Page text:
Back in Europe, things weren't going so well. Following Charlemagne's death, his Empire was divided in three. There was the Kingdom of France, the Kingdom of Germany separated by the Kingdom of Lotharingia. The first two would survive well into the Main/TheHighMiddleAges, while most of Lotharingia would fall to Germany, which eventually took the Roman name, becoming the UsefulNotes/HolyRomanEmpire, which would fall apart into quarreling states.

to:

Back in Europe, things weren't going so well. Following Charlemagne's death, his Empire was divided in three. There was the Kingdom of France, France and the Kingdom of Germany Germany, separated by the Kingdom of Lotharingia. The first two would survive well into the Main/TheHighMiddleAges, while most of Lotharingia would fall to Germany, which eventually took the Roman name, becoming the UsefulNotes/HolyRomanEmpire, which would fall apart into quarreling states.



And as many historians are keen to point out, the Vikings did more than just [[Main/RapePillageAndBurn pillage and rape]] their way across Europe. They had a genuine interest in settling in foreign lands, indicating perhaps a food shortage or a power struggle back in Scandinavia. Whatever the case, the Vikings would settle throughout Europe. First they came to the British Isles, where they successfully set up several independent fiefdoms, the most famous being the Danelaw. They would rule these lands for a while before being forced out by the dominant Kingdom of Wessex. They also invaded Ireland and came to settle in what is now France[[note]]after an attempt to take Paris[[/note]], in the province of Normandy. This province -whose name obviously derives from the term "Norseman" for its Scandinavian settlers- would go on to be highly influential. Despite being subjects of the Carolingian crown, the Normans would continue to conquer and settle across Europe.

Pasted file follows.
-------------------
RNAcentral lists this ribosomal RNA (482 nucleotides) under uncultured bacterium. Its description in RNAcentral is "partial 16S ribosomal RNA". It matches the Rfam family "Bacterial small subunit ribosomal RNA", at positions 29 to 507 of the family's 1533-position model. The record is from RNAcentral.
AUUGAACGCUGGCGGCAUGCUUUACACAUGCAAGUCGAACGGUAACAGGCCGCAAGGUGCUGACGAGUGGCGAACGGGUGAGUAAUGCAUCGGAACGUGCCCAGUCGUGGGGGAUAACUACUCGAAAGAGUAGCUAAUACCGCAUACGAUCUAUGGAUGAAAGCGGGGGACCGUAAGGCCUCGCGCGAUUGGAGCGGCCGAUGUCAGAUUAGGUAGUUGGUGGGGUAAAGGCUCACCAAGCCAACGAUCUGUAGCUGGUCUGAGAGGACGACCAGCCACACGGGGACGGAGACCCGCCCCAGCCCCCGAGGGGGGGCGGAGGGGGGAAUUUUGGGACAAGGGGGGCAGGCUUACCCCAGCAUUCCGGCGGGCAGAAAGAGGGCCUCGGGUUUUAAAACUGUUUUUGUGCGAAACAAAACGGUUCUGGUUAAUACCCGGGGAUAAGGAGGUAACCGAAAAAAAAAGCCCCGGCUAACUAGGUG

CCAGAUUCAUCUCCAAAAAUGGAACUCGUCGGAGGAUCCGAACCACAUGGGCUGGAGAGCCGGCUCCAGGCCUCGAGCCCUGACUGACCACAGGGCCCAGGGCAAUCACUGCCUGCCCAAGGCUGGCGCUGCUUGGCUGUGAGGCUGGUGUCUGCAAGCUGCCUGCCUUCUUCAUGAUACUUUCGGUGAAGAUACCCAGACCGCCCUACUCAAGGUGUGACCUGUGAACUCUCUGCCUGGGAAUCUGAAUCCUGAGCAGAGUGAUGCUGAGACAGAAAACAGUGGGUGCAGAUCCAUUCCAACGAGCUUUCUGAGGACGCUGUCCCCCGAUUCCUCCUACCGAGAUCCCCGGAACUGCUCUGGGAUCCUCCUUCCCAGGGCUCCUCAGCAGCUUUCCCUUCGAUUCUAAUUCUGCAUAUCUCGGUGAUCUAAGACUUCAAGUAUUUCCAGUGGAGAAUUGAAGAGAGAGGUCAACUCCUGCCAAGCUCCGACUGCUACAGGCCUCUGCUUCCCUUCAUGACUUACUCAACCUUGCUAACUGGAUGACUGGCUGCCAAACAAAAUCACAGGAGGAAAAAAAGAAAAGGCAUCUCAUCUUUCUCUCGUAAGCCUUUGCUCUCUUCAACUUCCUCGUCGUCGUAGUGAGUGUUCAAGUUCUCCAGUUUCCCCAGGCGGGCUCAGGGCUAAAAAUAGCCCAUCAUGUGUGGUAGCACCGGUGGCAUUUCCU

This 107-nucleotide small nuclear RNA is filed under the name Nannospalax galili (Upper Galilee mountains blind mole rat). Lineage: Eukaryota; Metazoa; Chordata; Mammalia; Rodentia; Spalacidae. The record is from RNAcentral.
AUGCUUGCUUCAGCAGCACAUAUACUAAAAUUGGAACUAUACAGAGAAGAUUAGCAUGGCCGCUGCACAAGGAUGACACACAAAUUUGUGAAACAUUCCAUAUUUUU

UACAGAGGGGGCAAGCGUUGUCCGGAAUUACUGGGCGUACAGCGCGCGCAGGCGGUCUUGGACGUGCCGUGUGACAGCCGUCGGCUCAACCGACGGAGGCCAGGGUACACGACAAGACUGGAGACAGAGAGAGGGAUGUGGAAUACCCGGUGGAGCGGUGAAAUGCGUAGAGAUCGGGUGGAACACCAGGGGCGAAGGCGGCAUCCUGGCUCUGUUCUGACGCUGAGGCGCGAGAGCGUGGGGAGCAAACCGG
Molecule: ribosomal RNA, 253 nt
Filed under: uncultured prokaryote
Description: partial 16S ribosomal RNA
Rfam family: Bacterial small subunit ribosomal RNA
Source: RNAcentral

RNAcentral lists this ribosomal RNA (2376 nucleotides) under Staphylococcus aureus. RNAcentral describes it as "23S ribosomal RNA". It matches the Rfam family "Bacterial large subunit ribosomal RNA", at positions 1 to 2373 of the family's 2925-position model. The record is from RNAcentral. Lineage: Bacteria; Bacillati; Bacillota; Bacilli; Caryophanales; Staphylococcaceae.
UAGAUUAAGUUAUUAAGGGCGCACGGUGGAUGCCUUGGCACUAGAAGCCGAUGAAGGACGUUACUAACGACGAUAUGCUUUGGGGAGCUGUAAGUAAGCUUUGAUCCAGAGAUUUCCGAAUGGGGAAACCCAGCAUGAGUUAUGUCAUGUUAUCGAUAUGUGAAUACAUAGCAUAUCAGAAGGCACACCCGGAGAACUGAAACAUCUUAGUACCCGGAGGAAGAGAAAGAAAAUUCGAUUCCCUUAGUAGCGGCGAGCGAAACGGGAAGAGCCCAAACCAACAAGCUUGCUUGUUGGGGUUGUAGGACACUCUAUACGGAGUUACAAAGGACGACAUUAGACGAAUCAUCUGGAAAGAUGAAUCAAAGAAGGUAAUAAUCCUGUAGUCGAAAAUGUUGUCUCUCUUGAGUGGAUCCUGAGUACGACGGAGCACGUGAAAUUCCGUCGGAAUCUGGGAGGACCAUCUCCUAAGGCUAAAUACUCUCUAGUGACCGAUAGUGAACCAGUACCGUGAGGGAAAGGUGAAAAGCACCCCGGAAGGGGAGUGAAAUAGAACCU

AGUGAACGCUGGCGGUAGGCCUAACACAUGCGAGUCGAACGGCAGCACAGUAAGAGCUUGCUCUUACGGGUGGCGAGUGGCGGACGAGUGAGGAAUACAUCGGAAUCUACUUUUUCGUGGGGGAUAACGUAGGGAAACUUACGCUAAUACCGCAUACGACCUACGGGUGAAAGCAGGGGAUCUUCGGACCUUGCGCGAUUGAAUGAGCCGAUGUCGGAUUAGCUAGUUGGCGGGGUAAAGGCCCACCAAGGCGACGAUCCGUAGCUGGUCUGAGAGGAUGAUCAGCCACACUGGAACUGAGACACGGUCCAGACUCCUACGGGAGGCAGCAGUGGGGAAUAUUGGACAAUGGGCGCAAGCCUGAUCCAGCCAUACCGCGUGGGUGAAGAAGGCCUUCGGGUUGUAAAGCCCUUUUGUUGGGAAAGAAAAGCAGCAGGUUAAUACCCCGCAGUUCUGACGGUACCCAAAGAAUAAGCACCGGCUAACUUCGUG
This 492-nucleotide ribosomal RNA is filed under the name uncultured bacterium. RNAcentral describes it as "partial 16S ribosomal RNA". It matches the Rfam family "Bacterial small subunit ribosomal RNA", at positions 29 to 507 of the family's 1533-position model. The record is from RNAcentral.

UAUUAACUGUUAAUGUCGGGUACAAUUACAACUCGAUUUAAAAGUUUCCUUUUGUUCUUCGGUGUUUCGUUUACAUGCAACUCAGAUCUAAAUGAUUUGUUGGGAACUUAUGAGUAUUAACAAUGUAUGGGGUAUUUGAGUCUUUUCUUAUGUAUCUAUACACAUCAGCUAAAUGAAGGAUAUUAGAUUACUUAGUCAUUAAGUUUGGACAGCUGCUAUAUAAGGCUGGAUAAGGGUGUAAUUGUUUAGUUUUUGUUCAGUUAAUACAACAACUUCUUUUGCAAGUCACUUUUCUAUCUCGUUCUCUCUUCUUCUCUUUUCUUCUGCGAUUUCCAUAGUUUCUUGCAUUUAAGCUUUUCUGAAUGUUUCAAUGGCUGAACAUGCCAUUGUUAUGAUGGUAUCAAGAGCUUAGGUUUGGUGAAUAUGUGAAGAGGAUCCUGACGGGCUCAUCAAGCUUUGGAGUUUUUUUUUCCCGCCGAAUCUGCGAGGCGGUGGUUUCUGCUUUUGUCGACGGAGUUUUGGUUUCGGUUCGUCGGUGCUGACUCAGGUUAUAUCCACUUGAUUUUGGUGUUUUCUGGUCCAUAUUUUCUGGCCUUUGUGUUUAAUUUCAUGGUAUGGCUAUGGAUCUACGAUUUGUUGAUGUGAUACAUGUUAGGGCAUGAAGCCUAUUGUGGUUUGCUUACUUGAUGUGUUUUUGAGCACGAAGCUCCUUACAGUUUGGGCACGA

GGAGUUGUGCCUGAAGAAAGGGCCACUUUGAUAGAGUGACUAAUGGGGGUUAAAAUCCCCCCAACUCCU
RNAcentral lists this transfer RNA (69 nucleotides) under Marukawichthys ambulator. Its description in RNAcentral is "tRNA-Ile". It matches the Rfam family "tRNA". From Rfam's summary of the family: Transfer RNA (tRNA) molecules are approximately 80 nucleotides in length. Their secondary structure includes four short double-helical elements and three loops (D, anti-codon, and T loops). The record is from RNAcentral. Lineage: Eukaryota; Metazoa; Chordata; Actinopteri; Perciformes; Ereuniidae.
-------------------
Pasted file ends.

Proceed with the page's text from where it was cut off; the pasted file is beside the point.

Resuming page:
By 1066, The Norman Conquests marked the end of the Low Middle Ages. It was a transitory period for Europe, where kingdoms rose and fell in mere lifetimes and the social order shifted into a rigid class system. Although there was a serious lull in technological advancement, and indeed the medieval world was just a bit smaller than the Classical one, the Low Middle Ages were not as bad as they are often said to be. Our lack of first hand sources makes the time period seem dark and mysterious, but we know that only holds true for Western Europe (if at all), since the Muslim world was flourishing in a new age of prosperity.